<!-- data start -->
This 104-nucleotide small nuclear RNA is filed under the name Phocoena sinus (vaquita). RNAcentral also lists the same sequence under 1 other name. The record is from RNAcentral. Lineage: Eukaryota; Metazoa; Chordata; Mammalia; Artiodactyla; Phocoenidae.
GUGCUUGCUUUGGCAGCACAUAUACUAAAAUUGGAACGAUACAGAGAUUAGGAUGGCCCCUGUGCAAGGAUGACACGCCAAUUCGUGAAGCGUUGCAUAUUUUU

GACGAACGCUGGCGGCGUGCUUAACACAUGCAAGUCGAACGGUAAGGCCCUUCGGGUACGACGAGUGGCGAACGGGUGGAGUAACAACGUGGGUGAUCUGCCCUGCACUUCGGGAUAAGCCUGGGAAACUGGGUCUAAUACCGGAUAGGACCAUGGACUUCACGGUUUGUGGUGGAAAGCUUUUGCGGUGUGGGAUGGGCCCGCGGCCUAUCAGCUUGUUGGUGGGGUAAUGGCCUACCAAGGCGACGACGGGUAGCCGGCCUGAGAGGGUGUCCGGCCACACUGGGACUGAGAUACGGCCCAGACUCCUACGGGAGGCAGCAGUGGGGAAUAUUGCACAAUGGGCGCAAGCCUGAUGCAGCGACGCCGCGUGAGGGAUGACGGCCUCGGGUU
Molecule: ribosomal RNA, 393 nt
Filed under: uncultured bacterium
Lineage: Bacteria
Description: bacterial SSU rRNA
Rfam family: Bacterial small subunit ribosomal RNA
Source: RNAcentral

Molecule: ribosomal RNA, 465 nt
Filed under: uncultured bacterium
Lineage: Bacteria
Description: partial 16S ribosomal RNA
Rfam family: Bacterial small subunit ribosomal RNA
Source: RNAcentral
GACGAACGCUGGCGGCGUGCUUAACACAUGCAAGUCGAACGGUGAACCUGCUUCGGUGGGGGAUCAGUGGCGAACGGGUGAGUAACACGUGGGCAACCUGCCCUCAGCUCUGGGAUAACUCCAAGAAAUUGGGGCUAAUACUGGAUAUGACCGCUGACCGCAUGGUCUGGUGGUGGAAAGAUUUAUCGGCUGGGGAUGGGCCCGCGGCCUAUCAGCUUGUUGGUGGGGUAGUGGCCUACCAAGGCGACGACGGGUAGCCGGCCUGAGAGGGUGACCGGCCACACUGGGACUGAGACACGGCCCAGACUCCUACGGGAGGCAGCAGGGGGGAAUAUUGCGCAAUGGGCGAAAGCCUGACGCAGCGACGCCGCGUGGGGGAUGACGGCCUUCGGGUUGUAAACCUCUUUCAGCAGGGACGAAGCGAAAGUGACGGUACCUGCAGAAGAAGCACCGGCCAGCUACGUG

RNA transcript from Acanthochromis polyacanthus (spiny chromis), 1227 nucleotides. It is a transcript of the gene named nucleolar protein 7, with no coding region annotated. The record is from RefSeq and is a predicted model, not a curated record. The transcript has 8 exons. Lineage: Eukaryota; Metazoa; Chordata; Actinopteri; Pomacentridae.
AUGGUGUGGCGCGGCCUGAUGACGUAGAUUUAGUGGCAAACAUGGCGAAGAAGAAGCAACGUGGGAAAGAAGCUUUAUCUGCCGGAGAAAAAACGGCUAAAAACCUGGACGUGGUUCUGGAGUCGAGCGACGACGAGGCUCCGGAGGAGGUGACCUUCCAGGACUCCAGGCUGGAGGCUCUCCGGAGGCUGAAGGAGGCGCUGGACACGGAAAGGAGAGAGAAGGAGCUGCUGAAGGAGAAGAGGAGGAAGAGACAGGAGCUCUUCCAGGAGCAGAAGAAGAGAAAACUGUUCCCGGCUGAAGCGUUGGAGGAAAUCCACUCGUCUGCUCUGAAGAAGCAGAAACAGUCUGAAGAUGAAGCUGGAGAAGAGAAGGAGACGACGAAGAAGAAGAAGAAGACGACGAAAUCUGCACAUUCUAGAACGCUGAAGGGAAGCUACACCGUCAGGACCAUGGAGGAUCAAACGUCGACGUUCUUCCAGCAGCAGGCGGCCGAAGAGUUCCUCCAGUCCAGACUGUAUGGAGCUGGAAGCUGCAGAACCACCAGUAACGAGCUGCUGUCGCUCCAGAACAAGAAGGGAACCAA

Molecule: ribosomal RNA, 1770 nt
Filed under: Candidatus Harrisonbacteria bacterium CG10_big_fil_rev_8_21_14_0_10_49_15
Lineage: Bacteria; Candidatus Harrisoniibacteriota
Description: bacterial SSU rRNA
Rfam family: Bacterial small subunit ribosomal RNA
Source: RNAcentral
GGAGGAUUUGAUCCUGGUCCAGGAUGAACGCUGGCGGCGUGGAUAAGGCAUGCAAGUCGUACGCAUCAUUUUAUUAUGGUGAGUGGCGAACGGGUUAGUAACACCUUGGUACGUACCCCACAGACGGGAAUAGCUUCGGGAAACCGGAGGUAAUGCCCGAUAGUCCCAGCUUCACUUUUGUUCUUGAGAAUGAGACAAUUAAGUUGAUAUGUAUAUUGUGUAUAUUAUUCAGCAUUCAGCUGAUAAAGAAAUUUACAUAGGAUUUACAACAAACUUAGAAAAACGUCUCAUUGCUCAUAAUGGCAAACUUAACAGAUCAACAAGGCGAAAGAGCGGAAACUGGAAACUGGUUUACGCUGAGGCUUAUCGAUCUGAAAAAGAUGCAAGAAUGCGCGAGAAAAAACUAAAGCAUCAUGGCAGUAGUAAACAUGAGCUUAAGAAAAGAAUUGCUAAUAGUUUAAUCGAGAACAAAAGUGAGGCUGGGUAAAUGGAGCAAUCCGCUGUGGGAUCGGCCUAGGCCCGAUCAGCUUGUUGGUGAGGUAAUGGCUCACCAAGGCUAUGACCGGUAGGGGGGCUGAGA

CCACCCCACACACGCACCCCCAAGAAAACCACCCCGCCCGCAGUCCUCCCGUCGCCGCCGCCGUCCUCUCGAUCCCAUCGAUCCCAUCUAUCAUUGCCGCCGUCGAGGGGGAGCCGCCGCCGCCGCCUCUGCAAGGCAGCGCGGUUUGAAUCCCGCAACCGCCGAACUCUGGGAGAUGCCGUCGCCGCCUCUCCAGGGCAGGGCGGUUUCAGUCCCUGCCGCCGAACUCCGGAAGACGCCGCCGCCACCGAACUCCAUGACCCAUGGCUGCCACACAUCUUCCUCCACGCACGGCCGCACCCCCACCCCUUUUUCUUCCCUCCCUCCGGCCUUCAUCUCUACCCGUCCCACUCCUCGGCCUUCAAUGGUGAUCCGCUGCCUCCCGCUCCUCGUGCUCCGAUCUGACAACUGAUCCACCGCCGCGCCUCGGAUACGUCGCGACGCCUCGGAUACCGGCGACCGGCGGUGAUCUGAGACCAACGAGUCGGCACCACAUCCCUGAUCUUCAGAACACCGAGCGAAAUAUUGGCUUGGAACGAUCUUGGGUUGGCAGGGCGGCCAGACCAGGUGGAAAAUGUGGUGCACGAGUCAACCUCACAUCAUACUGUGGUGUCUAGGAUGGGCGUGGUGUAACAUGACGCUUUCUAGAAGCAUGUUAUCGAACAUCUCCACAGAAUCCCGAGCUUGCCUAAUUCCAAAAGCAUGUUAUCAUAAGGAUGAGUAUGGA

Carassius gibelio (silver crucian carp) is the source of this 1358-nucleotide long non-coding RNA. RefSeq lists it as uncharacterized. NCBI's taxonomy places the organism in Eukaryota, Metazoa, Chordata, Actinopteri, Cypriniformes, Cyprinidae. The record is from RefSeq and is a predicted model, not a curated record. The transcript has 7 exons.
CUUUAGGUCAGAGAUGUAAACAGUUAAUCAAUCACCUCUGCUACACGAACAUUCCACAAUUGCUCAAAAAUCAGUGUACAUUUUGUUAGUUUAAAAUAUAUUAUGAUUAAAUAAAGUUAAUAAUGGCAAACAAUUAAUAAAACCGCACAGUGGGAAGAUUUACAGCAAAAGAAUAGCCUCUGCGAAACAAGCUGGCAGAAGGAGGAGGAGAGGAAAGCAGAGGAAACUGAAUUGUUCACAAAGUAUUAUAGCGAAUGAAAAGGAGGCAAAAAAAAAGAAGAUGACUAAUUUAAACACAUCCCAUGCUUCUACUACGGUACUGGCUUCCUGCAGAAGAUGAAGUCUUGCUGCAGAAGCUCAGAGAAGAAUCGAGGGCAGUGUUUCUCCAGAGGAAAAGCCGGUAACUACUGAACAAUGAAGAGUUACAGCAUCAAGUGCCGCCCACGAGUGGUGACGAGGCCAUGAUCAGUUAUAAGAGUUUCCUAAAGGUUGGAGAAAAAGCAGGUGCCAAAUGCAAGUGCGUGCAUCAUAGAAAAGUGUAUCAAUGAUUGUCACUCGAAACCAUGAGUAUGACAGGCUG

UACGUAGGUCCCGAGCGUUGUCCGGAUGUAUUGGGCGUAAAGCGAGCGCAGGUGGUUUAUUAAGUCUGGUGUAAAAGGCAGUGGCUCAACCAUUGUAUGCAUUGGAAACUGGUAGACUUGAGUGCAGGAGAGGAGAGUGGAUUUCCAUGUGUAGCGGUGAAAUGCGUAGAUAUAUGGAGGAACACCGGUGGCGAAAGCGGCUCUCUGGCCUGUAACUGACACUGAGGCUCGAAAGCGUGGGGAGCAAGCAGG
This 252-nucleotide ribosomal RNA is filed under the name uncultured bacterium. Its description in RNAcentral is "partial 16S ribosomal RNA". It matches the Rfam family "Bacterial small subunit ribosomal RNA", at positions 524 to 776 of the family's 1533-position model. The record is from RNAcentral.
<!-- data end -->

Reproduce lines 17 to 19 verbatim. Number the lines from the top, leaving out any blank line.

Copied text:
RNA transcript from Acanthochromis polyacanthus (spiny chromis), 1227 nucleotides. It is a transcript of the gene named nucleolar protein 7, with no coding region annotated. The record is from RefSeq and is a predicted model, not a curated record. The transcript has 8 exons. Lineage: Eukaryota; Metazoa; Chordata; Actinopteri; Pomacentridae.
AUGGUGUGGCGCGGCCUGAUGACGUAGAUUUAGUGGCAAACAUGGCGAAGAAGAAGCAACGUGGGAAAGAAGCUUUAUCUGCCGGAGAAAAAACGGCUAAAAACCUGGACGUGGUUCUGGAGUCGAGCGACGACGAGGCUCCGGAGGAGGUGACCUUCCAGGACUCCAGGCUGGAGGCUCUCCGGAGGCUGAAGGAGGCGCUGGACACGGAAAGGAGAGAGAAGGAGCUGCUGAAGGAGAAGAGGAGGAAGAGACAGGAGCUCUUCCAGGAGCAGAAGAAGAGAAAACUGUUCCCGGCUGAAGCGUUGGAGGAAAUCCACUCGUCUGCUCUGAAGAAGCAGAAACAGUCUGAAGAUGAAGCUGGAGAAGAGAAGGAGACGACGAAGAAGAAGAAGAAGACGACGAAAUCUGCACAUUCUAGAACGCUGAAGGGAAGCUACACCGUCAGGACCAUGGAGGAUCAAACGUCGACGUUCUUCCAGCAGCAGGCGGCCGAAGAGUUCCUCCAGUCCAGACUGUAUGGAGCUGGAAGCUGCAGAACCACCAGUAACGAGCUGCUGUCGCUCCAGAACAAGAAGGGAACCAA

Molecule: ribosomal RNA, 1770 nt